As you observe silence, focus your attention on whatever it is you hear. How attuned are you to the sounds of your immediate environment? Do they all seem to run together and disrupt your thinking? Or do you hardly recognize environmental sounds? How closely do you listen to the ones you love? How openly do you listen to the voices of the planet? When the day is complete, answer these questions:
- What was it like to focus my attention on my sense of hearing?
- In what way did my hearing impact my thoughts, emotions, or spirit?
- How does what I hear affect my physical energy or my attention?
- Did my capacity to listen to other people either increase or decrease with my focused attention? Why might that be?
Take time to ask yourself the following:
- Of the information I have learned up to now, what stands out as vital?
- What information seems least relevant to my spiritual development?
- Which of the practices seemed to move me spiritually, and which had little impact?
- Of the information I have learned so far, what would be best to review? (take time to do so now)
Focusing attention upon my hearing was a little difficult because I don’t normally put much effort into this sense. Aside from conversing with others, I don’t exactly notice all the ‘music’ of daily life. Nor do I really notice music all that much these days. Somehow I’ve developed the skill of approaching it all as background noise that I completely ignore. I’ve listened to whole albums of music while writing e-mails and assignments and can’t even recall *who* I was listening to, let alone what songs, once I notice the album is finished (usually many, many minutes afterward).
Forcing myself to hear more, though, I noticed that some experiences were richer. I forced myself to really listen to what my students were saying to each other in their class discussion today, which is kind of taxing when you’re trying to keep stack and restore tone when you notice students saying offensive or ungrounded things. I have to admit, though, I was super impressed with my students. I was teaching a text–Thomas More’s Utopia–that I’d never taught before and was very apprehensive about my student’s ability to follow it and pay attention, let alone talk about it for an hour. They totally rocked it, though, and they were saying some very insightful things. I was so…shocked, I guess, about how smart they all were being. I was way more invested in the class because of this, and my emotions were so much higher.
That emotional rush carried me through the rest of the day, and I found myself responding to bird song, my chickens’ clucking, a stray cat yowling, squirrels running across my roof, rain falling through tree leaves–all sounds I don’t even notice most days. These natural sounds made me feel more at peace, and made the rest of my work day much more enjoyable than any other workday I can remember in recent history.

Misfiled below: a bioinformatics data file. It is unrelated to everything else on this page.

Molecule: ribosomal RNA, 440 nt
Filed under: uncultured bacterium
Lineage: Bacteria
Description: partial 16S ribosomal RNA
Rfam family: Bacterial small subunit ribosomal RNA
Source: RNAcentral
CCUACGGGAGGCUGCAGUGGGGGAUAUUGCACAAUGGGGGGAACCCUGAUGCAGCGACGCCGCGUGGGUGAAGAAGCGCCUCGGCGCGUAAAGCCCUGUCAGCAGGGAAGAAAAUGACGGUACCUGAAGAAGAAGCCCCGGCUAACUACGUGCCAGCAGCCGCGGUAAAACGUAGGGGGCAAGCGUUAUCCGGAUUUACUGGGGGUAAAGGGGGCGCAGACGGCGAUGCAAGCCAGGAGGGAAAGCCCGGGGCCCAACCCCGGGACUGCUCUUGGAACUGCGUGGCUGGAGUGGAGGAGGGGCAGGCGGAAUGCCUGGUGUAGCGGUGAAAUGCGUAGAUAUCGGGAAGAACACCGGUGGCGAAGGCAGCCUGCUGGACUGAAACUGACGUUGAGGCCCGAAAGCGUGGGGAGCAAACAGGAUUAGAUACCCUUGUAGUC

Did attention on my hearing affect my physical energy? Maybe. I guess I didn’t feel like I needed a nap in the mid-afternoon, though I was a little tired and knocked off work a bit to have a phone call with my friend, Shea. It certainly improved my attention, though, and my capacity to listen to others increased nicely. I didn’t feel like I was going through the motions of existing, if that makes sense.
Of everything that I’ve learned in 366, I’ll still say that grounding is the single most important thing I’ve learned…and boy, do I need to restart that practice! It was super hard to calm and ground this summer, what with family barging in on me and then going through so much pain and illness. Least relevant? I think last time I said mixing up incenses. That’s still true to an extent, though I’m really starting to see the importance of “potions” in magic and how handy they are. I think maybe the least relevant things for me now are those activities that ask me to do some sort of charm simply because it’s traditional. Like the solar magic house blessing from Day 126. What is the point of that mathematical table? It means nothing at all to me, let alone “Sun.” Just because Agrippa said it “mathematically represent[ed] the spirit or energy of the sun” doesn’t mean it does so for me.
Meditations seem to move me most spiritually, as do things like creating devotional altars. I feel like I’m creating a gift for someone when I do that, and it brings me a lot of joy, peace, and understanding. You really have to know someone to give them an amazing gift, after all. There’s a lot of connection with that process.
What would be best for me to review? Grounding. 🙂